Mr. RABETAFIKA (Madagascar) said that, while torture was not a separate offence in Malagasy law, prosecutions could be brought under the laws on causing bodily harm. In addition, in order to prevent abuses by law enforcement officials, Act No. 97-036 stipulated that any person subject to criminal proceedings must be assisted by legal counsel or a person of his or her choosing from the beginning of the investigation. Nevertheless, his Government recognized that lacunae remained to be filled. It further agreed that the laws on nationality needed to be revised in order to address the situation of children born of mixed marriages. However, it would consider it problematic, in the light of the high unemployment in Madagascar, to lift the restrictions on the employment of non-citizens in the civil service. Recruitment of non-citizens would also run counter to the Government’s efforts to break down barriers between the administration and the people, since their ability to discharge their duties as civil servants would be hampered by language difficulties and cultural differences.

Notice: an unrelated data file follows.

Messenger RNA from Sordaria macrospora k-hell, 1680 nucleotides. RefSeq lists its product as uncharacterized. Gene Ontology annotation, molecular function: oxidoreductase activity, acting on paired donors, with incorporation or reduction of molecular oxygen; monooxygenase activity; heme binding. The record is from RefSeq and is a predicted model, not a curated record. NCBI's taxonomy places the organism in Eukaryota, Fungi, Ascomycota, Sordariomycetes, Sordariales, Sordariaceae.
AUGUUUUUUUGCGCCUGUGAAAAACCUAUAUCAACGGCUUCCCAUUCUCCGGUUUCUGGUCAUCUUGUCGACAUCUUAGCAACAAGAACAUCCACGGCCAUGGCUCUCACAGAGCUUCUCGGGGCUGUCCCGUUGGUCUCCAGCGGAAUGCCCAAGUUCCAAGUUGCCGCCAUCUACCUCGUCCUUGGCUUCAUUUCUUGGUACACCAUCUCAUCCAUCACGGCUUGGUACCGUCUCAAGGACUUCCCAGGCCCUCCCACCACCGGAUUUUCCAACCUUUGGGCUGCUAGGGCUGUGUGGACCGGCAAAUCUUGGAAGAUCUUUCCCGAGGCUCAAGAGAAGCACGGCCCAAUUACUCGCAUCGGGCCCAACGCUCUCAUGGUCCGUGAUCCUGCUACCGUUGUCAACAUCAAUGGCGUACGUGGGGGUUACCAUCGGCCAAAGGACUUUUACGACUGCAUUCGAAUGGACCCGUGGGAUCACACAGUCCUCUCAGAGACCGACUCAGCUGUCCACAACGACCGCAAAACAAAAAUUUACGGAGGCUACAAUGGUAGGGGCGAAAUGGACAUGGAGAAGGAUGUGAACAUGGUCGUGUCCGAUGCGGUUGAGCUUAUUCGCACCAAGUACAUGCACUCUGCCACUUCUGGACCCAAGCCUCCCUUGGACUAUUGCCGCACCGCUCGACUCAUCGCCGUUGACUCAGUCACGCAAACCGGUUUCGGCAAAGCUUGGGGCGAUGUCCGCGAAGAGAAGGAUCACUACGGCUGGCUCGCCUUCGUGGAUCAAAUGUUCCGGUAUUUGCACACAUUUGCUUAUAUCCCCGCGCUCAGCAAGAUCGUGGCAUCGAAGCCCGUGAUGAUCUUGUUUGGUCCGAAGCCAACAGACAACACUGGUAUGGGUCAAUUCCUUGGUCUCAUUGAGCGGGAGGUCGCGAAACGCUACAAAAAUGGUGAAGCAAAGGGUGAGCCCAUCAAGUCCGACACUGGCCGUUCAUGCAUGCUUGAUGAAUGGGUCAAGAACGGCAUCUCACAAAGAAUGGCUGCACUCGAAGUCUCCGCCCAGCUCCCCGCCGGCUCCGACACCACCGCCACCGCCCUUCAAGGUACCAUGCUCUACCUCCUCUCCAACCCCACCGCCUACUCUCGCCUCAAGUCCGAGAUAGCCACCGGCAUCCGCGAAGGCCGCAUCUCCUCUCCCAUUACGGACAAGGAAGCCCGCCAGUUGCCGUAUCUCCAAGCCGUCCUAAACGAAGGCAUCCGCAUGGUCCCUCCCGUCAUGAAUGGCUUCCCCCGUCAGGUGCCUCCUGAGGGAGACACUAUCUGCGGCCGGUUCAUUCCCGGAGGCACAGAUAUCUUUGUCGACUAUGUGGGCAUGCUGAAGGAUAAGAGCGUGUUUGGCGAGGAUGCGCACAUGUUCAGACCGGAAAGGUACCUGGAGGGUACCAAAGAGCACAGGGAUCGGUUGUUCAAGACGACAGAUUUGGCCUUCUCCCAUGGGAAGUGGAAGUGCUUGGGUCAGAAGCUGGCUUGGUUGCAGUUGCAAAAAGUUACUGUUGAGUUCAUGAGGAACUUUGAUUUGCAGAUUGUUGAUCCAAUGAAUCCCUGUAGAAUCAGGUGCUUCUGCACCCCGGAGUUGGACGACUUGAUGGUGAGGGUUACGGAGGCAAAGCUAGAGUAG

The acts of vandalism to which the report referred had not involved violence against the Indian and Pakistani victims. Those acts were attributable to the offenders’ frustration at the gross economic inequalities in Madagascar and to the victims’ inability to integrate into Malagasy society.

Lastly, the “National capacity-building in the field of human rights” project had had a positive impact. The training provided under the project, together with the adoption of Act No. 97-036 on the rights of the defence, had raised awareness among law enforcement officials of the importance of respecting human rights in the course of investigations, and very few cases of abuse had been reported.